“I want minority students to be able to say ‘this is what I’m going through and this is what needs to happen to change it, and for me to feel safe at this school,’” McDonald said. “You can’t effectively continue to grow if you don’t listen to other people’s stories. In order for us to progress as a Whitman community, and for us to even call ourselves a community, we’re going to have to address racial issues head on.”

McDonald and three other students, Kevan Nathani, Tess Ravick and Jacob Marmol began the Whitman chapter last year, but the program lacked organization, junior Khanya Dalton said. This year, Dalton said McDonald’s passion and leadership prompted her to be a more involved member; now, the club has 15 to 20 “strong leaders.”

“The way she described her internship and the importance of MSP is really what motivated me to become more involved,” Dalton said. “I was so impressed by her. She’s such a good public speaker, and she thinks about things so critically and is so sure of herself.”

McDonald has always been kind and passionate, her mother, Jacqueline Brooks, said. Because she lived in New York City for six years —which Brooks called “a melting pot of culture”—McDonald grew up appreciating diversity.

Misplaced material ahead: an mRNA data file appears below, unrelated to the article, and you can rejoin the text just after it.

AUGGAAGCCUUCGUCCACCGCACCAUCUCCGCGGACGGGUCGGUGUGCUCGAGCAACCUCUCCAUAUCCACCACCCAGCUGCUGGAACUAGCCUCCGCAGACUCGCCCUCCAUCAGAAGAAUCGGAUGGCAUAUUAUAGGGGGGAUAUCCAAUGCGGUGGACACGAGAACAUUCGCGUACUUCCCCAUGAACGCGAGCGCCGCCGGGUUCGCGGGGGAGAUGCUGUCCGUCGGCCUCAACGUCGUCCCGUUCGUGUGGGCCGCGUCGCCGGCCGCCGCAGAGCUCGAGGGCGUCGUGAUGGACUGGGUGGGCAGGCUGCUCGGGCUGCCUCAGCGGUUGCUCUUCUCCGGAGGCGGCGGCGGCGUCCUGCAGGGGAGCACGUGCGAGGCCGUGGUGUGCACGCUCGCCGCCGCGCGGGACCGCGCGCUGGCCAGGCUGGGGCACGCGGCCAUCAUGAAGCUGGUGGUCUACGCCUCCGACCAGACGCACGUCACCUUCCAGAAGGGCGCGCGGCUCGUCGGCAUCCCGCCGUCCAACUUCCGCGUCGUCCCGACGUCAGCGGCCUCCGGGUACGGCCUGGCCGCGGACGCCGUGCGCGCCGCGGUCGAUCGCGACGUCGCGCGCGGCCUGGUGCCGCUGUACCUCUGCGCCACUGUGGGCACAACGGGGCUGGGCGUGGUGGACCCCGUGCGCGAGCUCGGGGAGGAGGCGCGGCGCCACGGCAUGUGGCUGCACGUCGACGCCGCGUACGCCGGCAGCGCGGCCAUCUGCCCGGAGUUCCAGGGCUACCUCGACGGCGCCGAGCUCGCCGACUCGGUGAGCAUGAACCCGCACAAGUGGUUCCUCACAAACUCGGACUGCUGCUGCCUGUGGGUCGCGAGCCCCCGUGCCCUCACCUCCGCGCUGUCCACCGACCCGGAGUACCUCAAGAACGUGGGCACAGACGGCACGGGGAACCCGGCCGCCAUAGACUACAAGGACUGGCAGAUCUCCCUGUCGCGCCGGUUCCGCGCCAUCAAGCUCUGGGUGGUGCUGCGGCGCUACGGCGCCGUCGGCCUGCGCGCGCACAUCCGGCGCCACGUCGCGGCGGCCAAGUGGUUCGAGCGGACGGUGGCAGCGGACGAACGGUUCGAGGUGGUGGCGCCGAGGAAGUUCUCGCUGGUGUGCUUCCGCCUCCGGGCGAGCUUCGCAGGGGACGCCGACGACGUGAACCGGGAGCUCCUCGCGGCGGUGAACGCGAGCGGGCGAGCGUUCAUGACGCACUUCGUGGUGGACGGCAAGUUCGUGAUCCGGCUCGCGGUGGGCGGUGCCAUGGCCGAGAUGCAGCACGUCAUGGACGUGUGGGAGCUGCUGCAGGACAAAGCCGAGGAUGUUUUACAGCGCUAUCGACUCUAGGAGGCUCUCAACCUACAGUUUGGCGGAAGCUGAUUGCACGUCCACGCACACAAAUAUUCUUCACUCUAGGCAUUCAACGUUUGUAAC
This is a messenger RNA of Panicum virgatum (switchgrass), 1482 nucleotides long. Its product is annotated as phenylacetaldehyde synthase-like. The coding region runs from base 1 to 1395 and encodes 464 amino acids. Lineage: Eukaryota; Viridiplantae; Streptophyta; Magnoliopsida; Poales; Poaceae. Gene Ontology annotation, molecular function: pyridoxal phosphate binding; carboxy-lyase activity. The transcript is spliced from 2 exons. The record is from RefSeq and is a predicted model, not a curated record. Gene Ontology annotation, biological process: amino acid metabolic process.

“I always wanted her to be able to get to know people of all different backgrounds,” Brooks said. “I taught her to embrace everybody because we are more alike than we are different.”

As she got older, this mindset helped McDonald recognize the inequity around her. When she was in 7th grade, she heard about Tamir Rice, an African-American boy who was fatally shot by a police officer in Cleveland, Ohio. The officer allegedly mistook Rice’s toy gun for a pistol. Rice was 12 years old, only one year younger than McDonald was.

“I couldn’t understand why it happened, and even though I didn’t know him, I could feel his family’s pain,” McDonald said. “It could’ve been one of my cousins, it could have been my uncle, it could have been any black male in my family, or any black male friend that I had. And then seeing people justify it really put a pit in my stomach because I couldn’t understand how people could hate someone based off of something they can’t change.”

When she moved to Bethesda the summer before her freshman year, racial prejudice was less recognizable to her. But during her junior year, a teacher made an assumption about McDonald that was completely unfounded. After experiencing this preconceived bias firsthand, she started to become more aware of the discrimination within her own community.